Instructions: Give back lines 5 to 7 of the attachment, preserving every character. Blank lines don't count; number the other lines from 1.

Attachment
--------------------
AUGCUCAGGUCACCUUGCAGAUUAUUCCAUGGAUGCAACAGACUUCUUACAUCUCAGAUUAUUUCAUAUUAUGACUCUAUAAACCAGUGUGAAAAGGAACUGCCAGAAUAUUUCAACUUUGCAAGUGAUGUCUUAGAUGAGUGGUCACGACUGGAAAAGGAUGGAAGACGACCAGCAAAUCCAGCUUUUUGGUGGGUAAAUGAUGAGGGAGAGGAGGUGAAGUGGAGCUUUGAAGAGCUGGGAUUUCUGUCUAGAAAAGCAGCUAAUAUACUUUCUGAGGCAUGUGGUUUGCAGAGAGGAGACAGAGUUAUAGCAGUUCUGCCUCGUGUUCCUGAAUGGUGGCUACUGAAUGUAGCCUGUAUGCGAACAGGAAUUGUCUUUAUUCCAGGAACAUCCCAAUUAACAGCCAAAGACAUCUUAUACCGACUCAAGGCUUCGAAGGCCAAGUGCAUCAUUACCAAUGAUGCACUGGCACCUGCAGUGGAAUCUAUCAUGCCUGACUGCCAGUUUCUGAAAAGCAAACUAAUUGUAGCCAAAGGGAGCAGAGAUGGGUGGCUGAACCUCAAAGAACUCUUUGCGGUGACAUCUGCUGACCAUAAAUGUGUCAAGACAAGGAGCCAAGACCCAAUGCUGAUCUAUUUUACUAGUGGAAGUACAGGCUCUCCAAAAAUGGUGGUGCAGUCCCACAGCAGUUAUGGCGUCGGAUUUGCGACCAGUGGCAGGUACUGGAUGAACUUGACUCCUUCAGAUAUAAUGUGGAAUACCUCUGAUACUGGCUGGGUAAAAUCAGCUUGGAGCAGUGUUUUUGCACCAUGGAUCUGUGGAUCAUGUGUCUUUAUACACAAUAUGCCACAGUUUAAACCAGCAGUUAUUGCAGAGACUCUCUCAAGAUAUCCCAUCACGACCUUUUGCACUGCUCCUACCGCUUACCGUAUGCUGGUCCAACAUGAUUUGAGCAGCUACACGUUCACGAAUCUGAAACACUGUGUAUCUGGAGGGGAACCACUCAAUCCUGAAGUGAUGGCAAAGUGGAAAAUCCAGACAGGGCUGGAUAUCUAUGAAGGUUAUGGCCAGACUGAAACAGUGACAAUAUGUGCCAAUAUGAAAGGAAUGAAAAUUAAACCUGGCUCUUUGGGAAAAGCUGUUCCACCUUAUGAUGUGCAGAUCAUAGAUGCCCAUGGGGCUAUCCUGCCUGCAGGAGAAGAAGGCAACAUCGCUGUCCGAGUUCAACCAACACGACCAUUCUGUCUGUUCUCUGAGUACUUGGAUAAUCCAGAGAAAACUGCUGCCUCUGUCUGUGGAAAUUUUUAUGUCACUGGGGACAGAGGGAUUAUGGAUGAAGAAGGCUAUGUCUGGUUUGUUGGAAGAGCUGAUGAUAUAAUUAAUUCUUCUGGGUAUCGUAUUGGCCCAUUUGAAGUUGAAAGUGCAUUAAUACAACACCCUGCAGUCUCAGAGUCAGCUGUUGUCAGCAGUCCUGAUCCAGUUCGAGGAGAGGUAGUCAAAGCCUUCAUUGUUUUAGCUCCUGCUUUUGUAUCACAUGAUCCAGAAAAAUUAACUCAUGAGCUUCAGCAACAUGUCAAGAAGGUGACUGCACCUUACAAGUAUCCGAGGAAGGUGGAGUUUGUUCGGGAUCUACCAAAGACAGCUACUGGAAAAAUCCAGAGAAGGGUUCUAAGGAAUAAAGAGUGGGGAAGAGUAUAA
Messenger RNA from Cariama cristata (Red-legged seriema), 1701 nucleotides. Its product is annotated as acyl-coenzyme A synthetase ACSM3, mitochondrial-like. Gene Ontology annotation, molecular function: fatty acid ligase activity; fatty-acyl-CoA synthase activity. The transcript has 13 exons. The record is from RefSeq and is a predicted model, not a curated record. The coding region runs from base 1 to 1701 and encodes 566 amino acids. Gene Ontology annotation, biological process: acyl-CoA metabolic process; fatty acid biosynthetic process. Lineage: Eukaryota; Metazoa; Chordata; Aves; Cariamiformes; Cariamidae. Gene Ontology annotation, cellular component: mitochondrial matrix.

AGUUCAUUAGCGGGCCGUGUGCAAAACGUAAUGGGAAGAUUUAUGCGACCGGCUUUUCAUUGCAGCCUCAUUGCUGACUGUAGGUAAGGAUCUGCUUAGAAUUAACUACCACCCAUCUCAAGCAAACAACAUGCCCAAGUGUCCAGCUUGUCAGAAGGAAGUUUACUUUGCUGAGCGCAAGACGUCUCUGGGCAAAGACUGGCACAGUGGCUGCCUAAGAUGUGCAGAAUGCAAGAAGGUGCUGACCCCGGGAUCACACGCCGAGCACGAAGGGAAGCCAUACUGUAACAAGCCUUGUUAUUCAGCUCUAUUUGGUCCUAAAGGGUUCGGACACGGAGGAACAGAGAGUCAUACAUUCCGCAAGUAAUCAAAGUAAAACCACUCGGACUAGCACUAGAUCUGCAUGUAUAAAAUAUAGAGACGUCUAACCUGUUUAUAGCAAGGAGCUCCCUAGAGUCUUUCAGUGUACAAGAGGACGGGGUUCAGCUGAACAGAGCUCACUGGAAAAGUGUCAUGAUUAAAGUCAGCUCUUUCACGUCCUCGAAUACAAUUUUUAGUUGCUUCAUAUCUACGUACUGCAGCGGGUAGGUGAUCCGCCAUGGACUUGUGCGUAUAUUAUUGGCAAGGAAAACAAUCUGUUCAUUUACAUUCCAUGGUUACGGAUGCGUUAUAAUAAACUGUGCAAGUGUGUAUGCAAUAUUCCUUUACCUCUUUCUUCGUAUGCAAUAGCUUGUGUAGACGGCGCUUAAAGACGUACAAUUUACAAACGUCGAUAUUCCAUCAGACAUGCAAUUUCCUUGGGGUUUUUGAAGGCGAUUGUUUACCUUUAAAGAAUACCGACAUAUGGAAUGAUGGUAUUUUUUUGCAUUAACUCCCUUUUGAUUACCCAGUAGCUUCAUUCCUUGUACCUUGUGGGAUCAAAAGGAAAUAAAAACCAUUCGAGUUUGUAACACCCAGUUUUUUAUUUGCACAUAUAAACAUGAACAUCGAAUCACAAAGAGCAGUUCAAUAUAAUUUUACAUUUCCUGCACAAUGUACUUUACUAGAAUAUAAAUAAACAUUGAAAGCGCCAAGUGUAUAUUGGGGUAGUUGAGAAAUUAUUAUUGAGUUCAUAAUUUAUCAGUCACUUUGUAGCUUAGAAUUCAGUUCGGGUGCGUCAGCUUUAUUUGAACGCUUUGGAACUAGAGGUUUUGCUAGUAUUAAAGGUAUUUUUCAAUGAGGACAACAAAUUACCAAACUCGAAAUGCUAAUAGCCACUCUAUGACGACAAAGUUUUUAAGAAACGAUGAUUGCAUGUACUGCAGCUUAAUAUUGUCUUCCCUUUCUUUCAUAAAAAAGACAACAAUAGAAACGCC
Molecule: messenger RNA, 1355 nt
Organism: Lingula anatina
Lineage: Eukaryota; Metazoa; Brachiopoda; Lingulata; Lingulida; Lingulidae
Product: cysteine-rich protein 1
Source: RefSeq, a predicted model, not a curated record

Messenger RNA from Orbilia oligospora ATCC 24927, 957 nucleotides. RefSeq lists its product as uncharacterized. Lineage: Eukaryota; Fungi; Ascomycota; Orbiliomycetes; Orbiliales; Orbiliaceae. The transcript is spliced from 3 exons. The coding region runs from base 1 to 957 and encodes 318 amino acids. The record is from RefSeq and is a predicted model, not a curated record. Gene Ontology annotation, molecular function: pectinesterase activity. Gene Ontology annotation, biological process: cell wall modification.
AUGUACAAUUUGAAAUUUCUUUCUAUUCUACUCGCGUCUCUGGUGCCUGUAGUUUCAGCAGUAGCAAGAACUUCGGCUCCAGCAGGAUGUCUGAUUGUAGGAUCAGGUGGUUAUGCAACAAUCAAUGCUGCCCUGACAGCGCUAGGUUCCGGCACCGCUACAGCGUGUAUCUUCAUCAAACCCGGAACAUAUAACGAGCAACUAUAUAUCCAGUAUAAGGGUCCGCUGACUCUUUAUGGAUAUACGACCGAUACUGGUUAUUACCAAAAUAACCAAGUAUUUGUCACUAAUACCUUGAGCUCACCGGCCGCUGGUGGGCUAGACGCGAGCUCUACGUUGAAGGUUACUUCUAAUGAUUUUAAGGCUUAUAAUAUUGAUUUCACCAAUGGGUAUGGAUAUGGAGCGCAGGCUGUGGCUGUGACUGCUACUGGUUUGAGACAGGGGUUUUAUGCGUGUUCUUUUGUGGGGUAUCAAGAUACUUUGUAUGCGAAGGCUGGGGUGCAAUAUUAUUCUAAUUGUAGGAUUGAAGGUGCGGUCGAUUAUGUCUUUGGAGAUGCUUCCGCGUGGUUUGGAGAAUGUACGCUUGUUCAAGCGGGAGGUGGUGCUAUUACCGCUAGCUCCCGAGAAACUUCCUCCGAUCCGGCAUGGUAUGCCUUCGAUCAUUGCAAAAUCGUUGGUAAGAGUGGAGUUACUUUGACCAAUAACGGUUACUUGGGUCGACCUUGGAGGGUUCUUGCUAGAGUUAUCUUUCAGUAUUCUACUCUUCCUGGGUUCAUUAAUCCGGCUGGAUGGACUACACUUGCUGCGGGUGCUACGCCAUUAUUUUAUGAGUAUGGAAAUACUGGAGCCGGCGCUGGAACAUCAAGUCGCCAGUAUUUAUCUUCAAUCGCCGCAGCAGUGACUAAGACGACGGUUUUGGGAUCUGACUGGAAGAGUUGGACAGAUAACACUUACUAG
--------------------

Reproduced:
Organism: Lingula anatina
Lineage: Eukaryota; Metazoa; Brachiopoda; Lingulata; Lingulida; Lingulidae
Product: cysteine-rich protein 1